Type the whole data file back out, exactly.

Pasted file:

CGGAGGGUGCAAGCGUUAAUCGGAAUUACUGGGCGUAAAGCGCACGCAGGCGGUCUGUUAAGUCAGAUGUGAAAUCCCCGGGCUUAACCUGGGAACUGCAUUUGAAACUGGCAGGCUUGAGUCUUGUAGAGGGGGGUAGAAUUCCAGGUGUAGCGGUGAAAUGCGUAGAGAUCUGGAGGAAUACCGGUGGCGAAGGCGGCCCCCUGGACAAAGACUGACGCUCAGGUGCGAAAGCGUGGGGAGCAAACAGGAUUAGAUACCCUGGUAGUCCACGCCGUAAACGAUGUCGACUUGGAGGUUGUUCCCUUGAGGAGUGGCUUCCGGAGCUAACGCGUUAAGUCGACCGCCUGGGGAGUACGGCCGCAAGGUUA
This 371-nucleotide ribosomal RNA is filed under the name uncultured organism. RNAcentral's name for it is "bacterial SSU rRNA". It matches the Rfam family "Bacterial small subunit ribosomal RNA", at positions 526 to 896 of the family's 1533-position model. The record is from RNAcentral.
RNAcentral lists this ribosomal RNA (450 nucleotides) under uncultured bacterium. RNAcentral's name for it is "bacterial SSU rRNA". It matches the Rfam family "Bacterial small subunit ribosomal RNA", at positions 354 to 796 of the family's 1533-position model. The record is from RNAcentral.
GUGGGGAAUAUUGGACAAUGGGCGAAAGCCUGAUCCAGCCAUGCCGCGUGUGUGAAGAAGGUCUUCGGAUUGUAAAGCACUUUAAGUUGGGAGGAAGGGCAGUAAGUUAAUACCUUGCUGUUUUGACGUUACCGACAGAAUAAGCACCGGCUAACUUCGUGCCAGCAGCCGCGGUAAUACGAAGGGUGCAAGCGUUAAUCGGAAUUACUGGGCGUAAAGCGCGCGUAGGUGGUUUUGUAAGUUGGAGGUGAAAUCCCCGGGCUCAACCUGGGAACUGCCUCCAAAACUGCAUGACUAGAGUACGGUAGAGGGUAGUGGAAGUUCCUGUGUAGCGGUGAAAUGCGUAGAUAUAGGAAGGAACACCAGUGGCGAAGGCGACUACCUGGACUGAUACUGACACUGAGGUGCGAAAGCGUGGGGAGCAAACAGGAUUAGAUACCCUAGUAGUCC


CGGAGGGUGCAAGCGUUAAUCGGAAUUACUGGGCGUAAAGCGCACGCAGGCGGUCUGUUAAGUCAGAUGUGAAAUCCCCGGGCUUAACCUGGGAACUGCAUUUGAAACUGGCAGGCUUGAGUCUUGUAGAGGGGGGUAGAAUUCCAGGUGUAGCGGUGAAAUGCGUAGAGAUCUGGAGGAAUACCGGUGGCGAAGGCGGCCCCCUGGACAAAGACUGACGCUCAGGUGCGAAAGCGUGGGGAGCAAACAGGAUUAGAUACCCUGGUAGUCCACGCCGUAAACGAUGUCGACUUGGAGGUUGUUCCCUUGAGGAGUGGCUUCCGGAGCUAACGCGUUAAGUCGACCGCCUGGGGAGUACGGCCGCAAGGUUA
This 371-nucleotide ribosomal RNA is filed under the name uncultured organism. RNAcentral's name for it is "bacterial SSU rRNA". It matches the Rfam family "Bacterial small subunit ribosomal RNA", at positions 526 to 896 of the family's 1533-position model. The record is from RNAcentral.
RNAcentral lists this ribosomal RNA (450 nucleotides) under uncultured bacterium. RNAcentral's name for it is "bacterial SSU rRNA". It matches the Rfam family "Bacterial small subunit ribosomal RNA", at positions 354 to 796 of the family's 1533-position model. The record is from RNAcentral.
GUGGGGAAUAUUGGACAAUGGGCGAAAGCCUGAUCCAGCCAUGCCGCGUGUGUGAAGAAGGUCUUCGGAUUGUAAAGCACUUUAAGUUGGGAGGAAGGGCAGUAAGUUAAUACCUUGCUGUUUUGACGUUACCGACAGAAUAAGCACCGGCUAACUUCGUGCCAGCAGCCGCGGUAAUACGAAGGGUGCAAGCGUUAAUCGGAAUUACUGGGCGUAAAGCGCGCGUAGGUGGUUUUGUAAGUUGGAGGUGAAAUCCCCGGGCUCAACCUGGGAACUGCCUCCAAAACUGCAUGACUAGAGUACGGUAGAGGGUAGUGGAAGUUCCUGUGUAGCGGUGAAAUGCGUAGAUAUAGGAAGGAACACCAGUGGCGAAGGCGACUACCUGGACUGAUACUGACACUGAGGUGCGAAAGCGUGGGGAGCAAACAGGAUUAGAUACCCUAGUAGUCC